Anyone who remembers his history lessons from long ago may still know that Thucydides, a strategist and author, lived in ancient Greece. Athens, the then “great power”, watched the emerging Sparta with increasing displeasure. The competition between the two finally erupted in the 5th century BC in the long Peloponnesian War, which led to the defeat and loss of importance of Athens (Thucydides reported in detail on this under the title “The Peloponnesian War”).
Graham T. Allison, Douglas Dillon Professor of Government at Harvard Kennedy School, wrote in his book “Destined for War: Can America and China Escape Thucydides’ Trap?” (2017) coined the term “Thucydides Trap” and means developments such as those that affected Athens and Sparta at the time and for example the USA and China today.
This means that a dominant great power feels competitive, ousted, and then seriously threatened by a newcomer, which may lead to a war. (The new Chinese defense law, which is about to come into force, supported by massive armament, does not bode well in this regard.)
In an interview with Professor Allison in the leading daily of the CPC, the “Global Times”, on 13 December of last year, one can read that even Xi Jinping, the President of China, has already mentioned several times the tensions and the danger of war with the USA and spoke about the “Thucydides Trap”. Because of this, the Chinese State Councillor and Foreign Minister Wang Yi demanded a few days ago that China and the USA must start negotiations at all levels and seek lasting solutions in order to coexist peacefully (“Global Times”: Compete and Coexist). “Thucydides trap” is likely to have found its place as a new term in the dictionary of strategy. In the May 2019 edition of the Allgemeine Schweizerische Militärzeitschrift, the author demanded for the same reason: “The world needs a new Peace of Westphalia.” •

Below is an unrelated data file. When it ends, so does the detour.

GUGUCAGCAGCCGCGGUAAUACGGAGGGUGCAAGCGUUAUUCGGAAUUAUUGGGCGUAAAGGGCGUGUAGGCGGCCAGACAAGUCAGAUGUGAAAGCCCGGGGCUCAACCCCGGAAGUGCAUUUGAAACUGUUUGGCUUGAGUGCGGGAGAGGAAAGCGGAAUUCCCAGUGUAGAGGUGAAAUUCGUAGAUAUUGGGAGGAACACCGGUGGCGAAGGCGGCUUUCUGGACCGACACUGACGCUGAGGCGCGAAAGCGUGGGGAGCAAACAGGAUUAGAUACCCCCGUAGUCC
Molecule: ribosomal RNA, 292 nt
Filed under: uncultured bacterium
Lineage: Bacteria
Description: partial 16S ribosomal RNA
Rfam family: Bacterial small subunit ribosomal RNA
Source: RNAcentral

(Translation Current Concerns)
If you want to prevent the setting of cookies (for example, Google Analytics), you can set this up by using this browser add-on.